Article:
05 May 2018

Manuscript Mechanics

I don't like change. I'm sure part of that's because of my age, but also it's just inconvenient. I have certain ways I like to do things, and I'm reluctant to budge from my comfort zone.

One of the things I have changed, though--because I felt I had to--is the way I format the submissions of my short stories.


First, a bit of background. When I started sending my work off to editors, back in the mid-nineties, I obeyed the following rules, for my manuscripts:

- Use Courier font
- Double space
- Underline text that needs emphasis
- Use two hyphens for a dash
- Space twice after a period

Those were the marching orders for almost everyone, with minor variations, because computers were still new enough that a lot of manuscripts were being created on typewriters, and all the above tasks could be performed without a word-processing program.


Now, I do the following:

- Use 12-point Times New Roman font
- Double space
- Italicize text that needs emphasis
- Use em-dashes
- Space once after a period


Sometimes there are exceptions. Several places to which I regularly submit manucrtipts specify in their guidelines that they still prefer underlining instead of italics. Why? I'm not certain, but I suspect they find underlined text easier to spot than italics when they prepare the manuscript for publication. Whatever the reason, if they want it, I'll do it.

Some places, believe it or not, still prefer Courier font. And when I convert a manuscript to Courier before submitting to those markets, I usually also plug in two spaces after every period. That's a personal preference: I think only one space after a period in Courier makes the words look a little too crowded together. Is that just me, or do any of you agree?

I also submit regularly to a market that prefers two hyphens for a dash (rather than the automatically substituted em dash). Their wish is my command. It's easy to go back through a manuscript and change those dashes.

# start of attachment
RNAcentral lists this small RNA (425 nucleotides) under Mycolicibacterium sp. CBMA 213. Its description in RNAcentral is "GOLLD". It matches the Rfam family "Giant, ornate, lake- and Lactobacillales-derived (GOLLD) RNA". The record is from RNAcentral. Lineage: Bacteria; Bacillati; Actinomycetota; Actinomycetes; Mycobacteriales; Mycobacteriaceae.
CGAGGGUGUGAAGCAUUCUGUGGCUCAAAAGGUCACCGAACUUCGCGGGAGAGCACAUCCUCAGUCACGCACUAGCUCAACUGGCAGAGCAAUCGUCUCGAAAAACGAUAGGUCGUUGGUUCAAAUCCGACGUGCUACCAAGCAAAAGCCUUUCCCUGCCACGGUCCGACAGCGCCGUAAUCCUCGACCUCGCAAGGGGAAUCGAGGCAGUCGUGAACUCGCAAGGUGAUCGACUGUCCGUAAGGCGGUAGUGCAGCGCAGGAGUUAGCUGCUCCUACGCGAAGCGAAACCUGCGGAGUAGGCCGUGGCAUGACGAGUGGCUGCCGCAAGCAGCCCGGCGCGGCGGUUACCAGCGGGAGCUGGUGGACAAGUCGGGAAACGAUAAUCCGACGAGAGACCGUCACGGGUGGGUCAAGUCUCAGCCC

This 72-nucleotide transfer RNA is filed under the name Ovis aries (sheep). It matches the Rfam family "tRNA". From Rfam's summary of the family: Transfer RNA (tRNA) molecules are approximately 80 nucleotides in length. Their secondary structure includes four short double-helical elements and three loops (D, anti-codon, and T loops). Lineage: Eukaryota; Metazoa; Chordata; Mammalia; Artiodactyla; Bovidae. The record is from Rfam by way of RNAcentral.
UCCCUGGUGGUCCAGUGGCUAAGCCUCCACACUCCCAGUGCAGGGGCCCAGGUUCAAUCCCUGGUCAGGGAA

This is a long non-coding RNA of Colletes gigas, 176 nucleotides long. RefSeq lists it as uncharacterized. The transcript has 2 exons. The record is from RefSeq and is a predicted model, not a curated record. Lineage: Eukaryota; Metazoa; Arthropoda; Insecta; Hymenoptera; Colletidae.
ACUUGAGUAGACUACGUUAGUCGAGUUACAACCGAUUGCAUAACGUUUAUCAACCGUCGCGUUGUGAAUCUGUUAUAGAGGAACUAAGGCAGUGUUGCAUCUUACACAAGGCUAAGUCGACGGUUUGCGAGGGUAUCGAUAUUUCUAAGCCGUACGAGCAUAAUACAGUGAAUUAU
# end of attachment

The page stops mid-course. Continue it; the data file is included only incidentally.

That same market likes submissions single-spaced except for a double-space between paragraphs, and no indentions at the beginnings of paragraphs. Again, it's pretty easy to comply with this. I just "select all," then hit "single-space" and go back through the manuscript adding one extra space between paragraphs and removing the indentions.

Occasionally, of course, there'll be other specific things editors want you to do: put only your name and page number in the header, put only your story title and page number in the header, type three asterisks to indicate a scene break, don't use the tab key to indent paragraphs, use strange fonts, center a special symbol at the end of the story, etc. Some of these can seem a little nitpicking, and I often suspect they put such demands into their guidelines just to make sure the writer has done his/her homework and has taken the trouble to read the guidelines.

Basic training

Other things I always do, with regard to manuscripts (unless guidelines tell me not to):

- I use standard white 8 1/2-by-11 copy paper
- I use one-inch margins all around
- I put name/address/phone/email info at the top left of the first page
- I put an approximate wordcount at the top right of the first page
- I center the title in all caps about a third of the way down the first page
- I double-space once and type my byline (and center it also)
- I double-space twice after the byline and begin typing the story
- I indent all paragraphs and don't have extra spacing between paragraphs
- I suppress widow/orphan control (allowing widows/orphans)
- I turn off grammar-checking
- I put a header at the top right of every page except page one (Last name / TITLE / Page#)
- I use a centered pound sign (#) to indicate scene breaks
- I double-space three times after the final line of the story and center the words THE END

This isn't saying you have to do the above. It's just what I do.

Everything I've mentioned so far assumes a manuscript that'll be either (1) attached as a file (word.doc, usually) to an emailed cover letter, (2) attached and submitted via a market's website, or (3) printed and snailmailed to an editor. Manuscripts copied/pasted into the body of an email are formatted differently: they'll be plugged in as a .txt file, which--after conversion--is in 10-point Courier font and ignores any special characters, including italicized text. To indicate emphasis in one of these manuscripts, I always type an underscore character just before and just after whatever text I'd like them to italicize in the published version. (Example: I saw it in _The New York Times_.) Most manuscripts pasted into the body of an email should also be single-spaced, with unindented paragraphs and a double space between paragraphs.